Cyril Tolley (2 Amateur's, 6 Walker Cup's, 1 Walker Cup Captain.)

1895 - 1978

Major Cyril James Hastings Tolley MC (14 September 1895 – 18 May 1978) was a British amateur golf champion and briefly a Liberal Party politician.

Tolley was the son of James T. Tolley and Christiana Mary Pascall. He was educated at University College, Oxford.[2] He won the Military Cross at Ypres during the First World War. In the Second World War, he commanded a company of the Royal Sussex Regiment and was a liaison officer with the United States Army.[3]

Tolley was connected with the London Stock Exchange. He lived for a time in New York.[3]

Tolley twice won The Amateur Championship, in 1920 and 1929. In the 4th round in 1930 at St Andrews he lost to Bobby Jones on the 19th hole after Jones had laid a "horrid stymie" with Tolley within 4 feet of the hole.[4] Jones eventually won the tournament. He won the French Open in 1924 and 1928 and was the Welsh Open Amateur Championship in 1921 and 1923.[1][3] Tolley played in the first Walker Cup in 1922 and again in 1923, 1924, 1926, 1930, and 1934. He captained the team in 1924. He was captain of the R&A in 1948, being one of the few captains to play in the Amateur Championship during their year of office, losing in the third round to defending champion Willie Turnesa.[5][6]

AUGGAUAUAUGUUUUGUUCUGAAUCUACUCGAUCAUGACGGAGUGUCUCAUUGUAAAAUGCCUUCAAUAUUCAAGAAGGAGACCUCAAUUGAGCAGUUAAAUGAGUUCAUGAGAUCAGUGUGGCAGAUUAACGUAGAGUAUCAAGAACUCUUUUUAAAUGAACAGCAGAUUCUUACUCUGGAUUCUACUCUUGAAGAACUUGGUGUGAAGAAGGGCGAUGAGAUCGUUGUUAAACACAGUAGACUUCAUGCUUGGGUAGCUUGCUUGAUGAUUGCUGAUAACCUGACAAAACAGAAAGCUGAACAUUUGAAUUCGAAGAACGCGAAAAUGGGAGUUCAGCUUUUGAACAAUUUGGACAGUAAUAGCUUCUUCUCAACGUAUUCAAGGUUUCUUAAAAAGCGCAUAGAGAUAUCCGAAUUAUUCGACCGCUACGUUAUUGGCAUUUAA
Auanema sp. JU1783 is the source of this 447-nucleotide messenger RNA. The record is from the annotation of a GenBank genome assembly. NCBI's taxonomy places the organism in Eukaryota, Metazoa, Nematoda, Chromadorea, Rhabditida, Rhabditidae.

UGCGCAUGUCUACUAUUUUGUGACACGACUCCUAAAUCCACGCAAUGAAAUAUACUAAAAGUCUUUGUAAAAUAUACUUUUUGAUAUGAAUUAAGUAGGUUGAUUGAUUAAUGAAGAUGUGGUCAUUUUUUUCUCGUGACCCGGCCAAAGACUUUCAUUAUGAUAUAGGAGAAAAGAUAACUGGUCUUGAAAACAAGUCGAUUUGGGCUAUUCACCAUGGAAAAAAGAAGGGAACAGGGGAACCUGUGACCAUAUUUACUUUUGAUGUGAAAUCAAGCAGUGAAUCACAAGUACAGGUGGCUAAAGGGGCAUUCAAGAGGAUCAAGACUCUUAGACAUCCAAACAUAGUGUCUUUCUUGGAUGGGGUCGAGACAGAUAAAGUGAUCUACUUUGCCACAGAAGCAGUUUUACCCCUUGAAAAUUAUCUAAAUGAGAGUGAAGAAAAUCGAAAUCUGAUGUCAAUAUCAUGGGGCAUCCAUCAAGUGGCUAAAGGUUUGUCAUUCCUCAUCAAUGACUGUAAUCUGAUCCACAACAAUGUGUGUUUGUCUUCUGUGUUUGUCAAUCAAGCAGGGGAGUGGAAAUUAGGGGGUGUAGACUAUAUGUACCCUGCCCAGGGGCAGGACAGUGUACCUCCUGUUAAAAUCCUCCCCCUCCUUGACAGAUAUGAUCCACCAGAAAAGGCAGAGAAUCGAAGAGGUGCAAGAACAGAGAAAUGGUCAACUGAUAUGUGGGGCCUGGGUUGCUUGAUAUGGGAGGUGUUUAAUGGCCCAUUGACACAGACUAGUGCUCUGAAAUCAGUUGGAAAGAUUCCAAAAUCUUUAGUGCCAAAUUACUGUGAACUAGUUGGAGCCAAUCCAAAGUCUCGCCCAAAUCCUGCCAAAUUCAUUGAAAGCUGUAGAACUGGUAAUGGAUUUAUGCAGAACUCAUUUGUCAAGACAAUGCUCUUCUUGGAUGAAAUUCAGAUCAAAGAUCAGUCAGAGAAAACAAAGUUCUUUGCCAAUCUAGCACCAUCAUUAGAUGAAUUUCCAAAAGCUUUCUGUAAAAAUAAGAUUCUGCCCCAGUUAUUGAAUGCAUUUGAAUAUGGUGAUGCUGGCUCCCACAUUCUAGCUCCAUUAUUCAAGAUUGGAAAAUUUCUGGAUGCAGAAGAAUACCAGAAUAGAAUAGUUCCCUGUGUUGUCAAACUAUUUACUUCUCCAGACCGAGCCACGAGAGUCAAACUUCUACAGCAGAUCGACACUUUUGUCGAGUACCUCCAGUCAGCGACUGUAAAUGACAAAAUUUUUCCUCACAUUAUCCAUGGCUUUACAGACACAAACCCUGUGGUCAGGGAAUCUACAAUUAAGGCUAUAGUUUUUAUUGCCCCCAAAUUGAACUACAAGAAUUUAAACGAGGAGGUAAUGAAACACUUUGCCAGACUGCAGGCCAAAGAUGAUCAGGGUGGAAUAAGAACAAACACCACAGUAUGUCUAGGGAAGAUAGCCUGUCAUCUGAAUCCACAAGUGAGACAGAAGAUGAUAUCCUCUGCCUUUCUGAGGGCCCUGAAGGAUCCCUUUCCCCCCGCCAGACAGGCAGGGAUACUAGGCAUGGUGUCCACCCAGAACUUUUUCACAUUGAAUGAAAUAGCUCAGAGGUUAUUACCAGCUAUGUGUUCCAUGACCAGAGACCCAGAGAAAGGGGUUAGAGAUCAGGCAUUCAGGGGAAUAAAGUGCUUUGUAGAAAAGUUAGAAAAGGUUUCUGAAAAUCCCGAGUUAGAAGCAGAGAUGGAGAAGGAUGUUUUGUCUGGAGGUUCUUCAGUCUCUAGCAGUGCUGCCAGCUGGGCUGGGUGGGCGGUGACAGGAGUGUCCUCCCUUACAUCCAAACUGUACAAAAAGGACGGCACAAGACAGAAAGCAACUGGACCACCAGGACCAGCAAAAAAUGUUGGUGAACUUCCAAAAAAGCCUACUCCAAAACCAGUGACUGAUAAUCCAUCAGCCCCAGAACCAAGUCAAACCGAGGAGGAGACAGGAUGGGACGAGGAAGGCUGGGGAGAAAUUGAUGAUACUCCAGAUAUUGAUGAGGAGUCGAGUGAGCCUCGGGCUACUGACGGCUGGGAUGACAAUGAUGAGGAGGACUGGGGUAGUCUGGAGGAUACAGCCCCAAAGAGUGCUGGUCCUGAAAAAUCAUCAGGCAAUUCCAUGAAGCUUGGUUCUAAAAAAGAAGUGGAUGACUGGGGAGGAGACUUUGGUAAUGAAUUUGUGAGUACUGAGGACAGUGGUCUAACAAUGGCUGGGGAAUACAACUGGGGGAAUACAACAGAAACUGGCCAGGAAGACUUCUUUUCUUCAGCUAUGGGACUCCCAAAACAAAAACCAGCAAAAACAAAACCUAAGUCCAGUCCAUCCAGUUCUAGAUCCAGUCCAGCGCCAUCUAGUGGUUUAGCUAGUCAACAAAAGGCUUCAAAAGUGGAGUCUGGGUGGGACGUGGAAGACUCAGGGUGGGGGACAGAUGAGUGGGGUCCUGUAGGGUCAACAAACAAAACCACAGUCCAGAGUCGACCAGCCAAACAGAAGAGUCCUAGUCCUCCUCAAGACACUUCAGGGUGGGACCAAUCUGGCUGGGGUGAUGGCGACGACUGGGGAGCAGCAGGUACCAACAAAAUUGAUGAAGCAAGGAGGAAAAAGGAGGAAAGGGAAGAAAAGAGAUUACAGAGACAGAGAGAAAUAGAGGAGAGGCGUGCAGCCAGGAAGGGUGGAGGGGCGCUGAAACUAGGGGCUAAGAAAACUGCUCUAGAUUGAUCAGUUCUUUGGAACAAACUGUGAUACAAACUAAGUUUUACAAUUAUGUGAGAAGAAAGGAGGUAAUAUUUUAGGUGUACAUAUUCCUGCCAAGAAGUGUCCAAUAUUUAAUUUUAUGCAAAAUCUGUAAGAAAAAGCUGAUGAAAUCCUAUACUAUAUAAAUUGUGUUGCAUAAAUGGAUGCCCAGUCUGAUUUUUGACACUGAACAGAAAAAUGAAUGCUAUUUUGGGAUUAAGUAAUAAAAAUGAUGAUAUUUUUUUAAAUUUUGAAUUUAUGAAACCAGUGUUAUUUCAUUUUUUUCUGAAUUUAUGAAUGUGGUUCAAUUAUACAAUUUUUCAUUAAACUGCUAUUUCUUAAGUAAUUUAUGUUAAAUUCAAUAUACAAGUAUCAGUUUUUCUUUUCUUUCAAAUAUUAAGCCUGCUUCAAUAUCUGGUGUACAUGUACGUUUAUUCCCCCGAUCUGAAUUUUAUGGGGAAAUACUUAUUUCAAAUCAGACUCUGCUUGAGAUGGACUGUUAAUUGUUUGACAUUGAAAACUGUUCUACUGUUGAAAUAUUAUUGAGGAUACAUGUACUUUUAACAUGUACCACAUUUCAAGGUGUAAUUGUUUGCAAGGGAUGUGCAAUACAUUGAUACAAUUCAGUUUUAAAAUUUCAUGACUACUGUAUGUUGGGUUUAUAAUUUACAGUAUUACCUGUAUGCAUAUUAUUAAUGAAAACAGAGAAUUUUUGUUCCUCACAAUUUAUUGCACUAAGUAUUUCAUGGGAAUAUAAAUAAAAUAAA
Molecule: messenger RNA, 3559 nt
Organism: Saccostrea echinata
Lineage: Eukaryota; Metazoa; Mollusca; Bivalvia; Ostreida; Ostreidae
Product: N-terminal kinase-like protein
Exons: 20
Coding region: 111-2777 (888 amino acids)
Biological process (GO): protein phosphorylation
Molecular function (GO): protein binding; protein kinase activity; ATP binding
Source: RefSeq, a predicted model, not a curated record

In 1928, Tolley launched a libel action against J. S. Fry & Sons of Bristol, chocolate manufacturers. Frys had produced an advert in which Tolley was caricatured and which contained a limerick, published in two newspapers in June 1928. Tolley claimed that the advert suggested that he had made some financial gain and had been guilty of conduct unworthy of his status as an amateur golfer. In 1929, Tolley won £1,000 damages although this decision was set aside by the Court of Appeal. Tolley then took the case to the House of Lords where he was successful but it was decided that the damages were excessive. Eventually, in July 1931, he received £500 damages and costs.[7][8][9]